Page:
THE VERY TITLE of George Will's new collection, The Pursuit of Virtue and Other Tory Notions, invites us to place his writing in a historical context deeper than the New Deal, which serves as the Primitive Church for most political commentators today.

Toward its end, the 17th century, like our own, had burned out on ideological intensities. And the sense of exhaustion led some of its thinkers to inaugurate a revision of standards which has underlain progressivist thinking for three centuries. For rationality within existing institutions (e.g. the Church, the law), they substituted benevolent feeling as the basis of moral action.

With feelings as the primary touchstone of ethical decision, concepts such as "authority," "tradition," and "repression" came to point backward, while "progress," "liberation," and "revolution," evoked the newly expanded sense of self which certified improvement. Writing in the 1690s, Swift took on this ideological change; in an ironic pronouncement which could serve as epigraph to Will's collected columns, the modernist of A Tale of a Tub calls happiness "a perpetual possession of being well deceived." But Will, like Swift, prefers the lacerated heart and savage indignation to being well deceived. And indeed, Will's well- known Tory posture--license both for comic curmudgeonliness and for prophetic scorn--enables him to analyze current moral and political cant with fearsome clarity by means of insights from older and sturdier intellectual standards.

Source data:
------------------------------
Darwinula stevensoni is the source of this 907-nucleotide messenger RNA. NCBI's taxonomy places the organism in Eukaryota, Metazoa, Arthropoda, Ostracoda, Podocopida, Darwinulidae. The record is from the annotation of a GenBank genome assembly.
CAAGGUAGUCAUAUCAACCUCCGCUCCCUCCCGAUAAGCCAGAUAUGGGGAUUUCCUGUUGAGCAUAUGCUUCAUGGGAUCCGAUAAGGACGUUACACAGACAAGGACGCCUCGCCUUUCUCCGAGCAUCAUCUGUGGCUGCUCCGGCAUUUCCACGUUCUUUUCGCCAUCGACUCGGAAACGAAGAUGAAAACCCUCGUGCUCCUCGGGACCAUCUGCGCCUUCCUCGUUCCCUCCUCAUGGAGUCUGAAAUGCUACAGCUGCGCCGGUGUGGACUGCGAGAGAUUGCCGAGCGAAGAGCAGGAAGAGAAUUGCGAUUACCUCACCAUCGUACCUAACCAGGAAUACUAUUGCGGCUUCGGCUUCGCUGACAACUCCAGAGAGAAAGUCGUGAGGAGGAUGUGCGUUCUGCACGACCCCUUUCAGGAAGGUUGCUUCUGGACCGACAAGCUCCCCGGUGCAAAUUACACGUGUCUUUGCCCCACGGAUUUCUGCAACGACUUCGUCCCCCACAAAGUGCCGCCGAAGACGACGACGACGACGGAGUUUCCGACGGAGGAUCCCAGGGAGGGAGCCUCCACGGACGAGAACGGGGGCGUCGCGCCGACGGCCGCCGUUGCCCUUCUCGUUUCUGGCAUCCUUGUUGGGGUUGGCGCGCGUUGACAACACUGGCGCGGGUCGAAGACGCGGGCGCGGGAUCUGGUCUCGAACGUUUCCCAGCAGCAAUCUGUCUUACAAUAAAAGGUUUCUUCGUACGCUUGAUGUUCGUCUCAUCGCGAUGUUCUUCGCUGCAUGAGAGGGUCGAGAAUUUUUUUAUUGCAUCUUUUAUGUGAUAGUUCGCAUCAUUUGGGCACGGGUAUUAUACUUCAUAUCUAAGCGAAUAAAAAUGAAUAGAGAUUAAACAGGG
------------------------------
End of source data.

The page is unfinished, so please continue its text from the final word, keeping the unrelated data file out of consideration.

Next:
Will, acknowledging that there is potential for despair in either extreme, explores the madness and self-loss of leaving the ego to sail before the winds of feeling; he also warns us of the disillusioned misanthropy at the end of the quest for the perfect institution. He places before us the insanity of the libertarian who argues that the taboo against incest must go; or the lesser and more problematical issues of "rented wombs"--women who bear children of men not their husbands as an act of generosity; or of the discontinuation of customs (say of creches on courthouse squares) because they disturb the sensibilities of unbelievers or threaten the perfect institutional secularity of the state.

These issues may surely be reasonably debated. But Will makes his case (on these and other issues) in full awareness of the tension between the claims of institutions and of the hungry self. Virtue, as his title implies, is the reasoned balancing of those competing claims, and his columns (probably most of the 128 "meditations," as he calls them) seek to penetrate that dangerous sense of doing God's will without having looked steadily into the questionable social and human consequences of government regulation, civil rights, or sexual emancipation.